Okay, so really... Thanks for the intro Mr. Poe! There we were... driving South down I-81 in Eastern New York towards home, quietly reflecting on our lovely Canadian vacation, I'm reading a Live is a Verb and thinking about my life and my intentions, when my husband loudly interjects: "Connie! Look at that!"
He was pointing out my window and what should my wondering eyes observe? Giant crows! Kinda like the giant buffalo that you greet you when entering Buffalo... only way better!
Before I could even think to pull out my camera and snap them, we cruised out of view and I was left wondering if they were really even there!
Nevermore! Nevermore! Very spooky!
A bit of searching around the wonderful thing that is the Internet and I had my answer. The fine folks at the 1000 Islands Visitors Bureau were able to direct me to a 2001 Watertown Daily Times article, and $2.95 later I had my answer!
Please visit the website of the sculptor, William Salisbury, and see his other works as well. If you visit him, maybe he won't mind that I re-posted the photo above. For that matter, visit the Times too, so they won't get mad that I posted their $2.95 article here for you for free! (I paid for it right?! That is pretty spooky right there. They did such a nice job I saw no reason to re-write!)
[This photo from Mr. Salisbury's web site appears to be the one which accompanied the article, shot by Melanie Kimbler]DRIVE-THROUGH ART GALLERY GIANT ROADSIDE CROWS PROVIDE DRIVERS ON I-81 SOMETHING TO LOOK, THINK AND SMILE ABOUT
By: John Golden Watertown Daily Times Staff Writer May 13th, 2001 OMAR -- Sculptor William L. Salisbury, who works in an airy, high-roofed studio here on county Route 13, has exhibited his arresting figurative art in New York City galleries. Yet Mr. Salisbury has found a much larger and enthusiastic audience for his recent creations on his own back lot. If while driving south on Interstate 81, just below Exit 50 for Alexandria Bay and Clayton, you have seen a few larger-than-life black crows standing conspicuously in a roadside meadow, then you have passed through Will Salisbury's open-air gallery in the town of Alexandria. "It's got an international audience," the 51-year-old artist said one recent afternoon in his crow- dominated meadow, between waves of his hand to staring drivers and honk-your-horn arm gestures to passing truckers on I-81. "Maybe it will attract the attention of museums." His sculpted triad is strategically placed at the southwest end of the meadow against a backdrop of trees and shrubs that border the field. "It's like a sculpture that's in a corner," said the artist, who spaced the familiar behemoths so as to create "a sense of depth and movement" for a startled audience passing by quickly on the interstate.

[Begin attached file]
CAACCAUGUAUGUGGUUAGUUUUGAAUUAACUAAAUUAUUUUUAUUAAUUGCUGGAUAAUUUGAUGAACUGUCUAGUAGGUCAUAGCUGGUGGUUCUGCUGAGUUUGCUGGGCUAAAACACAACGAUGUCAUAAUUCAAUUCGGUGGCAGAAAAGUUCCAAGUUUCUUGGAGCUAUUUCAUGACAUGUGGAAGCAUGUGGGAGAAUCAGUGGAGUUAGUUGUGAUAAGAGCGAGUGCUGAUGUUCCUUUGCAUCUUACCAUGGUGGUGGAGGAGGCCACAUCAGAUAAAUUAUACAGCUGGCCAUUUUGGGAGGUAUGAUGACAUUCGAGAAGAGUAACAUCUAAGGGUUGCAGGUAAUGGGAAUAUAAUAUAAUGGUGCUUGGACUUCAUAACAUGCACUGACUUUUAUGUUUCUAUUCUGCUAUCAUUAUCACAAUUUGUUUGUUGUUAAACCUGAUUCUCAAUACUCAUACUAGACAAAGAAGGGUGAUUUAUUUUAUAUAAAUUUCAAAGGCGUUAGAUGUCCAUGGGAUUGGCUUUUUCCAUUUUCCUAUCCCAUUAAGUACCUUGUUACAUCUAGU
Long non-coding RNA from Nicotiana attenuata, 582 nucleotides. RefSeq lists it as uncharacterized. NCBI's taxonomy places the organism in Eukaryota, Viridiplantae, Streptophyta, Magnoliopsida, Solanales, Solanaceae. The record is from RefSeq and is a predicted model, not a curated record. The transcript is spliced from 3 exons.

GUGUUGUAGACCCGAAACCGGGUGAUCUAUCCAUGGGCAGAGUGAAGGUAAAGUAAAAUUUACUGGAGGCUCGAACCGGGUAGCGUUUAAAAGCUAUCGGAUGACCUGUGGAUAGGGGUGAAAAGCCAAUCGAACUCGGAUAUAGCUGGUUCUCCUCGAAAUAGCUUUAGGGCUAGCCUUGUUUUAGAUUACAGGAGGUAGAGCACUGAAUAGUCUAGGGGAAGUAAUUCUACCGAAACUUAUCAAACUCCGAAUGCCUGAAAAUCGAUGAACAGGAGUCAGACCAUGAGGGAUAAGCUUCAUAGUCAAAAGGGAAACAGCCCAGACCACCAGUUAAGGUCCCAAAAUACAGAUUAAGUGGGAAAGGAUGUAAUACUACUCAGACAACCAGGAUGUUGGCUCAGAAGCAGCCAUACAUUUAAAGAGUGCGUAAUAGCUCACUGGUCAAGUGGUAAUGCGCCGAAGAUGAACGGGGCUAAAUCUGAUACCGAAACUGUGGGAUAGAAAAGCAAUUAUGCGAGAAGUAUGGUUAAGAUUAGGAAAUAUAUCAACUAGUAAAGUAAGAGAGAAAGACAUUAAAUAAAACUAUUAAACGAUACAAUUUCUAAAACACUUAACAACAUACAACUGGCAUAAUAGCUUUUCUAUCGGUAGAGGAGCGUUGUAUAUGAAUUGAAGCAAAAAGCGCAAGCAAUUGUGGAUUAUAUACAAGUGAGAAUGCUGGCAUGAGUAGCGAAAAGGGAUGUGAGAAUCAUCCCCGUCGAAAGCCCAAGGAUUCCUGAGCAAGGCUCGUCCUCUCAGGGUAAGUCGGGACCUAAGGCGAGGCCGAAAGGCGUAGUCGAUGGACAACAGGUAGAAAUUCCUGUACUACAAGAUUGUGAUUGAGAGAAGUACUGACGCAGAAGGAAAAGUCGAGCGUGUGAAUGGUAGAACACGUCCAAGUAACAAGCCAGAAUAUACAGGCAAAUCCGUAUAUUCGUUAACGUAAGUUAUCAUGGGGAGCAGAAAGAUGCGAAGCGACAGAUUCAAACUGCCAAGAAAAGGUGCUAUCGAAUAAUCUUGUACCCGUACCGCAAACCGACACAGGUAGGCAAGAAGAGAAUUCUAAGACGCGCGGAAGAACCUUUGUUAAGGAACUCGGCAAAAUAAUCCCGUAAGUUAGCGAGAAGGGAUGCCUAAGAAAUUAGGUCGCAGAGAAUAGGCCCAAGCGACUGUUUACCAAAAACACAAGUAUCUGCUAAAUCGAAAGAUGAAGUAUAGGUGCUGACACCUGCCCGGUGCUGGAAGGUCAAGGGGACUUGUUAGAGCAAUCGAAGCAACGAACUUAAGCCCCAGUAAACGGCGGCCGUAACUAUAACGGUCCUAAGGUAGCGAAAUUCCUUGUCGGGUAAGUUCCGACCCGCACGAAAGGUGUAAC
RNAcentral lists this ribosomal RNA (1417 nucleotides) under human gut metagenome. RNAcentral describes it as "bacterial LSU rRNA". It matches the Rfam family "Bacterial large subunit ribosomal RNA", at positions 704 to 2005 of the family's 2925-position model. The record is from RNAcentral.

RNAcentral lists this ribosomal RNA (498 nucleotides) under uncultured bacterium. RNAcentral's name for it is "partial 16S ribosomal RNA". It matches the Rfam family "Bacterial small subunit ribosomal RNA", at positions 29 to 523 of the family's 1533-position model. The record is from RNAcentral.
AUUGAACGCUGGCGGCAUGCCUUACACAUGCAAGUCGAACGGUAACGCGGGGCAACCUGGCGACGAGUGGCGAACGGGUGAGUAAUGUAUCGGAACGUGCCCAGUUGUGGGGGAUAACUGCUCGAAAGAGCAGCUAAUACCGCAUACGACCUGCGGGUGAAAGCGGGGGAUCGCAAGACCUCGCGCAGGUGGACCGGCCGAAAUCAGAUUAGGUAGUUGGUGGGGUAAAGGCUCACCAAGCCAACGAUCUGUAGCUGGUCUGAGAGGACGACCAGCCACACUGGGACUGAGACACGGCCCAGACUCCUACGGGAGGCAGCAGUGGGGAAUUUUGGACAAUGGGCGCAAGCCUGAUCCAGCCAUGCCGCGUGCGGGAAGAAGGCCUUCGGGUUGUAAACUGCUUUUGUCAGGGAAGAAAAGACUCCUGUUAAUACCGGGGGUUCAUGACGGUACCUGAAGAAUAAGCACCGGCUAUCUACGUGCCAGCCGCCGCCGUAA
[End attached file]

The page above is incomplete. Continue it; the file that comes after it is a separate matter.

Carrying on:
Two years ago, Mr. Salisbury was inspired in his artistic vision by the approaching millennium, with its attendant dire predictions and prophecies and sense of dreadful anticipation. "There was all this nervousness about the millennium coming up," he said, "all those human fears and dark rumors."
"People were thinking about all kinds of things. It was magic fodder, magic fertilizer for the imagination," he said. In that atmosphere, the sculptor conceived of three outsized crows on his 21-acre property as "my millennial statement."
From ancient cultures to Hollywood movies, the cawing crow has harbingered "something about to happen," said Mr. Salisbury. "There's movement on the Earth; there's something about."